Building UK climate resilience through bridging the qualitative-quantitative data divide (Webinar)

UK Climate Resilience Programme webinar series

18 November 2020, 12.00-13.00

Speakers: Neil Macdonald (University of Liverpool, School of Environmental Sciences)

Chair: Suraje Dessai

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Abstract

The UK has witnessed several recent high magnitude floods, droughts and storms, causing loss of life, damage to infrastructure and economic hardship. Current climate resilience is often based on experiences garnered over short timescales, as such, the accurate estimation and understanding of high-magnitude low-probability events is challenging. However, historical records can contest and contextualise claims of uniqueness, unparalleled magnitude or severity, terms often associated with contemporary extremes. These historical sources often also provides valuable information detailing how past communities and societies have responded and adapted to such events, which can shape future responses.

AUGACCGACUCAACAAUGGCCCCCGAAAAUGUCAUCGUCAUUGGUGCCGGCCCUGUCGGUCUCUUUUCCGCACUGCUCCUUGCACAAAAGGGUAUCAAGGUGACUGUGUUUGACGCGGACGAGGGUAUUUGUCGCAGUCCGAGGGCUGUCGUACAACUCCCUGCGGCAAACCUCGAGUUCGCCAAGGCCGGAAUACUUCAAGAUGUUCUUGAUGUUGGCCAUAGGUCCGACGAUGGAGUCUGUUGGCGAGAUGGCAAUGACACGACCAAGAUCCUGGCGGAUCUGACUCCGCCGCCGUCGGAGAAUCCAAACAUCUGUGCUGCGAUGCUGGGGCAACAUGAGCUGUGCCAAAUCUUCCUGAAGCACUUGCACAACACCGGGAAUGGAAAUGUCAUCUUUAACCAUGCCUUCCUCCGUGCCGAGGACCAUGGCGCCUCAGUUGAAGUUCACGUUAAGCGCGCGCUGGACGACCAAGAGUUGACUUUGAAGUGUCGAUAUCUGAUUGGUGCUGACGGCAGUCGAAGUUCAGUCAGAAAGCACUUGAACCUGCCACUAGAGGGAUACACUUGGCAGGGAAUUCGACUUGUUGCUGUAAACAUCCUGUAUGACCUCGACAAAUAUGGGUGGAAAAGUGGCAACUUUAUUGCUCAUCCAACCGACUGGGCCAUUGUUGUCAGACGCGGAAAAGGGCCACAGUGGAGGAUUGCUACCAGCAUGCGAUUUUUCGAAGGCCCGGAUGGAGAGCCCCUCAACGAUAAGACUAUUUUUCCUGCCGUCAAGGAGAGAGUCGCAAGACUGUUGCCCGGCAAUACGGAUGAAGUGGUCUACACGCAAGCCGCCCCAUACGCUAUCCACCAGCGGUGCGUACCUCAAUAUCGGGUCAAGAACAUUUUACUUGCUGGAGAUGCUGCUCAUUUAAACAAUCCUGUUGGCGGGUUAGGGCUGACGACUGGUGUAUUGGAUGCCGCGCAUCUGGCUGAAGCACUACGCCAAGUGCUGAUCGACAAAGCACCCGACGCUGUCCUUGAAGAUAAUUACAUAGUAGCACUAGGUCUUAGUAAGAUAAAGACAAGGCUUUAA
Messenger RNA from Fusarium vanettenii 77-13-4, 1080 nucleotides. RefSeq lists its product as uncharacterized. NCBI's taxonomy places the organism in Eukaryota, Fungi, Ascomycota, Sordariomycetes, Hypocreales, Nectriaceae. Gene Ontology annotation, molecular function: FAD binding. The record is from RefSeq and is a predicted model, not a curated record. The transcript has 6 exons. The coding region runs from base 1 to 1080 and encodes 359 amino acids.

This project established an interdisciplinary network that examined approaches for bridging the qualitative-quantitative ‘data gap’ in the climate and hydrological sciences, bringing historical data and information into modern climate resilience building. This webinar reflects on the experience of building a network of experts from a range of disciplines (e.g. geographers, historians, engineers, corpus linguistics, archivists, hydrologists, sociologists, disaster management, planners and insurance) related to climate resilience in the UK and the development of a framework for working across disciplines. Our framework takes into account and recognises disciplinary differences, but builds these into the framework, recognising that dependent on the final goal, loss of resolution or context in some instances may be necessary, but that this can potentially be reintroduced later to add content and depth unavailable from instrumental data alone.

Biographies

Professor Neil Macdonald (University of Liverpool, School of Environmental Sciences) is a geographer with research interests across water, climate and society. His research has a strong historical focus on better understanding the interrelationships between natural hazards, landscapes and the societies that occupied these environments.

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